The challenge for the Finance Minister in 2017 is to improve the quality of government expenditures. The present drive of demonetisation and towards cashless economy will lead to more transactions coming into the tax net. This will lead to a higher tax burden on the people. Lesser money will remain in the hands of the people and more money will come in the hands of the government. A person with an income of Rs 10,000 per month was, say, paying tax of Rs 2,000 earlier. He will now pay taxes of Rs 2,500 because more of his purchases will be of tax-paid goods. He will be poorer by Rs 500. The reduction of money in hands of the people will lead to a reduction in demand for goods in the market. This will have a negative impact on the economy. However, the final impact will depend upon how the government uses the additional revenue that is collected. This money can be used by the government in two ways : for increasing government investments in infrastructure such as railways and highways, or for increasing government consumption such as by providing higher salaries to government servants.Read More »

Some Aspects of and Lessons from Jaloor Struggle

by Sardara Singh Mahil

Frontier | Feb 12, 2017

Terrorism is the main theme of public discourse these days, especially in the corridors of powers and in the cozy studios of television channels. The whole country is being drowned in the propaganda blitzkrieg about so-called terrorism.  Well dressed anchors, men and women with the hope of rising high by faithfully serving the powers that be, are shouting themselves hoarse about some imagined terrorism as though they are fighting on some front in the scorching desert. Rashtriya Swayamsewak Sangh, enjoying the luxury of power through its electoral wing Bharatiya Janata Party, is boasting of tit for tat reply to terrorism and advocating pro-active policy on “cross-border terrorism”. They are using the so-called surgical strike by the Indian army in Pakistan-side Kashmir as a pump to inflate the Modi chest of 56 inches as claimed by Modi himself, which was deflated to 28 inches after the crushing defeat in Delhi and the convincing defeat in the Bihar elections. Stagnant economy with worsening living conditions of toiling people have given lie to Modi’s claim of “ache din” and development of all. In such a dwindling situation the pump of a surgical strike was badly needed for the Sangh Parivar government. This is more necessary when assembly elections in some important states including Uttar Pradesh are round the corner. When US ruling classes planned to assert to strengthen their world hegemony, capture oil sources and oil routes, they through their secret services organized the attack on twin towers at World Trade Centre, thus getting an alibi to attack any country as a rogue state helping terrorism or a threat to world security. Read More »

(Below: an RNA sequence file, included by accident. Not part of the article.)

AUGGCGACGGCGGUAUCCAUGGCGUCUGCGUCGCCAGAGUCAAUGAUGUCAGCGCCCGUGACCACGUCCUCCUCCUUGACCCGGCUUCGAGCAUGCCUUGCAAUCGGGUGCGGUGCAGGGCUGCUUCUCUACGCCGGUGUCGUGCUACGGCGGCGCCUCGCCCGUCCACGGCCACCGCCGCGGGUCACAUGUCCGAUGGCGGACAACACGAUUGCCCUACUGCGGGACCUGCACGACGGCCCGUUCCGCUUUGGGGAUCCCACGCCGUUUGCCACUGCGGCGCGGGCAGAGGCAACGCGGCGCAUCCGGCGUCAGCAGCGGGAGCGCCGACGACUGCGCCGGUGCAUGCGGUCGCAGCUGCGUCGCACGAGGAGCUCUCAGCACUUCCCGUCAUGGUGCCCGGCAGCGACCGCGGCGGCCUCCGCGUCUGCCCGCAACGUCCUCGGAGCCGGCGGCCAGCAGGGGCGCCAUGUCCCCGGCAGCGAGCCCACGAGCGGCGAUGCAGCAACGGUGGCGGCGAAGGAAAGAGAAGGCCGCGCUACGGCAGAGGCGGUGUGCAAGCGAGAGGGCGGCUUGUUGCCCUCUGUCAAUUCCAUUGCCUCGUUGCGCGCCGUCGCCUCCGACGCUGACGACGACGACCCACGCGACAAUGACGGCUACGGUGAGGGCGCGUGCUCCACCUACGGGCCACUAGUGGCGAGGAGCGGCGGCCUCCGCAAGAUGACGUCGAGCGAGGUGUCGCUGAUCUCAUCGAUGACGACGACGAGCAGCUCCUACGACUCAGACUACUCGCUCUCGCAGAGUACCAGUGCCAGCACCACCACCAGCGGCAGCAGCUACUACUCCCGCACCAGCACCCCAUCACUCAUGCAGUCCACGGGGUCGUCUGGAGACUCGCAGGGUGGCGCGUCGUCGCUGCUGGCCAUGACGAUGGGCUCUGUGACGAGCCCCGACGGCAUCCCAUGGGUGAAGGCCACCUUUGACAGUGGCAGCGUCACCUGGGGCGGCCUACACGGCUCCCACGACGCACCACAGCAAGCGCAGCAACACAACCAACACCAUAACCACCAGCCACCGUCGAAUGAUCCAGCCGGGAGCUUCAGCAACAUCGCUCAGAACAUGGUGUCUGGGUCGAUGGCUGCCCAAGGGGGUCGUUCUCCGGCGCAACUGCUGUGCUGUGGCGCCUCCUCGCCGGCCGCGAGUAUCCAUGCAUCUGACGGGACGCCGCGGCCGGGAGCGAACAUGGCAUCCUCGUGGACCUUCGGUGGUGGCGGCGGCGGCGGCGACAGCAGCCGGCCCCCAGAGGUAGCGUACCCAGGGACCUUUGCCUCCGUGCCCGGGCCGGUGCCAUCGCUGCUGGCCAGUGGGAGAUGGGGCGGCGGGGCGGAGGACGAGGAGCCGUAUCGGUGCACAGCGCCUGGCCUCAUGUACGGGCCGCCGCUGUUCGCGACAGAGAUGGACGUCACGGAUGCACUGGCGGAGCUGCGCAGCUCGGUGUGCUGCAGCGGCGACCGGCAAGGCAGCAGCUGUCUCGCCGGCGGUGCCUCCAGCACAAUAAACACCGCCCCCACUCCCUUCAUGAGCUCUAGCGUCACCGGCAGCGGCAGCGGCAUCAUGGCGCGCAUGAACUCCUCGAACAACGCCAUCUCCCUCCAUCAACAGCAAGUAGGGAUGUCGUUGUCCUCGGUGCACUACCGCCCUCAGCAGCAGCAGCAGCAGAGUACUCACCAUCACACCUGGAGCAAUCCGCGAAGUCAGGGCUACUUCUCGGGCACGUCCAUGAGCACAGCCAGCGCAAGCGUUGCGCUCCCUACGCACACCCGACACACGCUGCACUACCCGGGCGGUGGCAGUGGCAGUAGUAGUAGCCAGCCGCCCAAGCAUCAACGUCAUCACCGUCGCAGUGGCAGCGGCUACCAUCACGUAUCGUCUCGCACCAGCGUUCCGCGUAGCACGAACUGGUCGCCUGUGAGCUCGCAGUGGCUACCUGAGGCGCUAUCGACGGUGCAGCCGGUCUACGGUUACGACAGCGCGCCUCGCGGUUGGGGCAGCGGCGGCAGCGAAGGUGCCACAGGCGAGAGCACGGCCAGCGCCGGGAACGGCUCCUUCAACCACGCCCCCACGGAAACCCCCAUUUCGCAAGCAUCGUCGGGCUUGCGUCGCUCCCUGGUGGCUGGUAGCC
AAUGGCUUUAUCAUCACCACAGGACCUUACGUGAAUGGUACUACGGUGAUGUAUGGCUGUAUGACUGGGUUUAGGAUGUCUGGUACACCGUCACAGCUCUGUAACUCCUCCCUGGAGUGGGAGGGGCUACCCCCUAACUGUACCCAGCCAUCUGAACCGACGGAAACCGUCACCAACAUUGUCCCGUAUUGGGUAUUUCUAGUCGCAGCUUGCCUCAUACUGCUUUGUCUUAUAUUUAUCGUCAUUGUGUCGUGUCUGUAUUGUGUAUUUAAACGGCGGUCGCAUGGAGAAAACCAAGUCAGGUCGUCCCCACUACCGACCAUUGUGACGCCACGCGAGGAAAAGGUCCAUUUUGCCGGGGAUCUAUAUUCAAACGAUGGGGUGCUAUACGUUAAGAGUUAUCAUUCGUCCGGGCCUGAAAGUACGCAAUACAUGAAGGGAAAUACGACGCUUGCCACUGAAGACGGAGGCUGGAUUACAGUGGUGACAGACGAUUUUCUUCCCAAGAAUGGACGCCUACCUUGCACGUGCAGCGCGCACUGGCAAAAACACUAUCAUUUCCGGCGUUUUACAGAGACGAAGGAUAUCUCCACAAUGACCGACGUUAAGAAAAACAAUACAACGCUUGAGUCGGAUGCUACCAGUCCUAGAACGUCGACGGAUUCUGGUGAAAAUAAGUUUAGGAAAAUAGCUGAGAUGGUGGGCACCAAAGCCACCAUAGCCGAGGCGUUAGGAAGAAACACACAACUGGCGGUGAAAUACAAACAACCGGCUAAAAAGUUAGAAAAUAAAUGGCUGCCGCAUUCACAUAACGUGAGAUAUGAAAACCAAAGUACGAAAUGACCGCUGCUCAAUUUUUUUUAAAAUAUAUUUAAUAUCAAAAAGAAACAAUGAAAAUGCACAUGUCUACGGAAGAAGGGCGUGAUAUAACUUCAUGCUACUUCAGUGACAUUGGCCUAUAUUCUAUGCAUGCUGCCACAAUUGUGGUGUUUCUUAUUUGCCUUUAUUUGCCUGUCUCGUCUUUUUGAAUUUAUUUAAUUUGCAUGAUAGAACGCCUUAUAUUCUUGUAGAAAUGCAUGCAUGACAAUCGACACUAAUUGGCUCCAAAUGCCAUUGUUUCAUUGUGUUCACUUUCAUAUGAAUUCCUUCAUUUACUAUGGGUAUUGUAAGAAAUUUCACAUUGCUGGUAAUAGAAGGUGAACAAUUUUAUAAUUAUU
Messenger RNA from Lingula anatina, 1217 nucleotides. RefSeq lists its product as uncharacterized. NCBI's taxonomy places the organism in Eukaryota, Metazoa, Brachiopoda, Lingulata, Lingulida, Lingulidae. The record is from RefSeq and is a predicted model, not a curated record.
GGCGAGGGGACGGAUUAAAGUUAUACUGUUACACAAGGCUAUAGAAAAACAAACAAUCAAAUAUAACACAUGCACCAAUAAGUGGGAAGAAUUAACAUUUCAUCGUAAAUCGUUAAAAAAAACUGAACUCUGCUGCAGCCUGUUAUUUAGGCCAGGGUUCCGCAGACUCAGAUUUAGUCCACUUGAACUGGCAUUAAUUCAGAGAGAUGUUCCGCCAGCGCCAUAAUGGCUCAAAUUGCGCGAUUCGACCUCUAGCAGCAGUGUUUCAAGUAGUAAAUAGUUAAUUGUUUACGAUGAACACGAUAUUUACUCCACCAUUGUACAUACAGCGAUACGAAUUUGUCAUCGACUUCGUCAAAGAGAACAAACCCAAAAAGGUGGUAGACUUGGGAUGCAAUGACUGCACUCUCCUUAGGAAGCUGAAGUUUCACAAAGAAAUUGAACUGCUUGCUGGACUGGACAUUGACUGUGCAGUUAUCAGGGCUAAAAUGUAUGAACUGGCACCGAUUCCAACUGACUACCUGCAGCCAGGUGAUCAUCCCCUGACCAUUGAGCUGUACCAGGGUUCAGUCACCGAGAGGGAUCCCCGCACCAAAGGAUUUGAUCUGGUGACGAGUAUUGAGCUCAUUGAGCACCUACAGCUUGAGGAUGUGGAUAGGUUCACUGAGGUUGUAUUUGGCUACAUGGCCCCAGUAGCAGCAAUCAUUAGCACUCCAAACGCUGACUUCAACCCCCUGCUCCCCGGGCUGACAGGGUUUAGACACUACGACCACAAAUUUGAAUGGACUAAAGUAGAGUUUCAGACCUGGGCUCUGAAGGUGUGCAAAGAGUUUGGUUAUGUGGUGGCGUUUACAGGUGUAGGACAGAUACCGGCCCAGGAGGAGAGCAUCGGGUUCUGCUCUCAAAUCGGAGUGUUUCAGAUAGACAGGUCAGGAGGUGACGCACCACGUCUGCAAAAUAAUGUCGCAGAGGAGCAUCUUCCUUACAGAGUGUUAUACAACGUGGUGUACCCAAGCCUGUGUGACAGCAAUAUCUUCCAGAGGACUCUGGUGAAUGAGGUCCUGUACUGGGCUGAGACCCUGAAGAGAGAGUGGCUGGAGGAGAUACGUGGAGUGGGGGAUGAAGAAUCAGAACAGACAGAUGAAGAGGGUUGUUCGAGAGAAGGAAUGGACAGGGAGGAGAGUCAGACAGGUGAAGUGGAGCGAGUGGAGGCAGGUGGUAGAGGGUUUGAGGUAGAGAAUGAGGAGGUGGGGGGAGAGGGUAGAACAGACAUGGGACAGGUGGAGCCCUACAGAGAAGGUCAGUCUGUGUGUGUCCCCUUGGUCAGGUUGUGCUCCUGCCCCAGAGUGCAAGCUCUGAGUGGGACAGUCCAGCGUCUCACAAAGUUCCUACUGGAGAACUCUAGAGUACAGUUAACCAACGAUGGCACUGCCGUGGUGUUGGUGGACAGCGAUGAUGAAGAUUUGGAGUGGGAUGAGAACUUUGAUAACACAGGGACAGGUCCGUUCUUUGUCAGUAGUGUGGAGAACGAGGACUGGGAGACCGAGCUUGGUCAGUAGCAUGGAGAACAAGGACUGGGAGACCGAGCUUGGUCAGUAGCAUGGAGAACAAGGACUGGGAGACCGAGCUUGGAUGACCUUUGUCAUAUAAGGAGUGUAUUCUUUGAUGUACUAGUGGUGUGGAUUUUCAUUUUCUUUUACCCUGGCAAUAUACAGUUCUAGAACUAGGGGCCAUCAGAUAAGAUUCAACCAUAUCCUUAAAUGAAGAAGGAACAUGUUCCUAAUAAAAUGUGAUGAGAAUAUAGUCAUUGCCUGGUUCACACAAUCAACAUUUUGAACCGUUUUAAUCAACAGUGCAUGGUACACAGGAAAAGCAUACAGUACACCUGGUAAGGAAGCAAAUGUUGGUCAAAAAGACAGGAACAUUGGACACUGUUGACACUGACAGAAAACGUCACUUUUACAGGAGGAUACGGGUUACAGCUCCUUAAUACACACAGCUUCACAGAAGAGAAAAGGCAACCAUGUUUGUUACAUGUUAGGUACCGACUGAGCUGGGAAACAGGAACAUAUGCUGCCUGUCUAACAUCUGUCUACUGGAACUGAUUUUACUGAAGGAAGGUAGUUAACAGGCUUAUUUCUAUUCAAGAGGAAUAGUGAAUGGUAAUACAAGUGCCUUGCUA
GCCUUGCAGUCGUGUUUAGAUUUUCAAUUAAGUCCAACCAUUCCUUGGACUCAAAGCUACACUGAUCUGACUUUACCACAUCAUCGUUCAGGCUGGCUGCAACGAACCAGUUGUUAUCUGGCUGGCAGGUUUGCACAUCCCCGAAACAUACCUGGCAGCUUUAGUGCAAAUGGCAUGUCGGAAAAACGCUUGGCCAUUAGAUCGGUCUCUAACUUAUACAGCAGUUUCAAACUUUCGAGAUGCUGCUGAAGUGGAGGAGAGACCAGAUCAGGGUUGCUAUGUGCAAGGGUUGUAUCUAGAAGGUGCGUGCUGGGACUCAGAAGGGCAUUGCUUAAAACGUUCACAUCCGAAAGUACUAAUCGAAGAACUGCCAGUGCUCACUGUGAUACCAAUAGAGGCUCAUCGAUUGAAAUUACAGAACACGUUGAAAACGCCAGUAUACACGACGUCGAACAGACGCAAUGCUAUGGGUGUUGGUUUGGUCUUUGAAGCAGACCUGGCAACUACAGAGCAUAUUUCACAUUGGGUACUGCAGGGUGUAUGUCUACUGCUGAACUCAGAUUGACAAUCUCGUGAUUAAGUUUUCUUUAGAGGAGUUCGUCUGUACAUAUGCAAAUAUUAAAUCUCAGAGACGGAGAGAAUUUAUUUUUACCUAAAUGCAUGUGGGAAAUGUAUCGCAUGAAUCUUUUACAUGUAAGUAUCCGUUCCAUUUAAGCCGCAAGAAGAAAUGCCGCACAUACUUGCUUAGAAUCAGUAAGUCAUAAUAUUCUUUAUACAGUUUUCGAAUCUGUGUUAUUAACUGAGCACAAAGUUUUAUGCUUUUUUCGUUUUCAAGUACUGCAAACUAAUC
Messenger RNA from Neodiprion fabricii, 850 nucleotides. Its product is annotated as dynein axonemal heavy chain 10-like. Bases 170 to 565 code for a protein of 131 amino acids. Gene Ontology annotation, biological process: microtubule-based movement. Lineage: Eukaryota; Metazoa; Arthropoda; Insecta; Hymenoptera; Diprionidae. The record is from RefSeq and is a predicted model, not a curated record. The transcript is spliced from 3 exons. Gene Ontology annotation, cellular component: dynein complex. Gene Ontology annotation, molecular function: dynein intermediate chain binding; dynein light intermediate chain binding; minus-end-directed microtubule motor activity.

The Indian History Congress and its Cultural Intervention

by Suresh Jnaneswaran

Mainstream Weekly | VOL LV No 8 New Delhi February 11, 2017

The 77th session of the Indian History Congress took place at the University of Kerala, Thiruvananthapuram from December 28 to 30, 2016. The following article has been written against that backdrop by the Local Secretary of the session.

The coming of the Indian History Congress to the Kerala University has greater significance than meets the ordinary eye. In the present political ambience with the ruling front at the Centre going all out to reinforce and perpetuate the mandate it has received through myriad regotiations, the Indian History Congress is a cultural assertion of scientific history. Its interventions and resolutions attempt to stall the machinations of an ahistorical conspiracy to thrust mythology as history on the common citizens. This cultural weapon of ‘Myth as History’ not only robs the discipline of its scientific nature but negates and blasphemes it in the academia and public eye.Read More »

Demonetisation means Corporatisation

by Aurobindo Ghose

Frontier | Vol. 49, No.27, Jan 8 – 14, 2017

On 8th November, 2016 at 8:15 PM, Prime Minister Narendra Modi in an apparently live televised address to a shocked and surprised nation, announced the withdrawal from circulation of currency notes of denomination Rs 500 and Rs 1,000, which would cease to be legal tender from that midnight. However, such notes could be exchanged on the basis of Aadhaar cards, or deposited by their holders in their bank or post office accounts from 10th November to 30th December. Referring to ‘black money’ as the wad of big currency notes hidden or slashed away under the bed or in godowns or in secret vaults, Modi said that the object of this exercise was to root out corruption, terrorism and black money. For the Prime Minister of the world’s largest democracy to be making such an announcement himself rather than the Finance Minister or the RBI Governor, was indeed unexpected and unheralded. Read More »

Calcutta Notebook

by B J

Frontier | Vol. 49, No.25, Dec 25 – 31, 2016

Finance Minister Arun Jaitley has said that demonetisation will lead to an increase in tax collection because of higher tax compliance. That is correct. But higher tax compliance means that people will have to pay more taxes. The shopkeeper was selling cloth till now at Rs 30 per meter because he was buying the cloth in cash from the powerloom owner who was not paying taxes. Now, he will buy the same cloth at Rs 35 per meter because the powerloom owner will have to pay tax. This will lead to a reduction in the purchasing power of the consumer and a corresponding decline in his standard of living. Read More »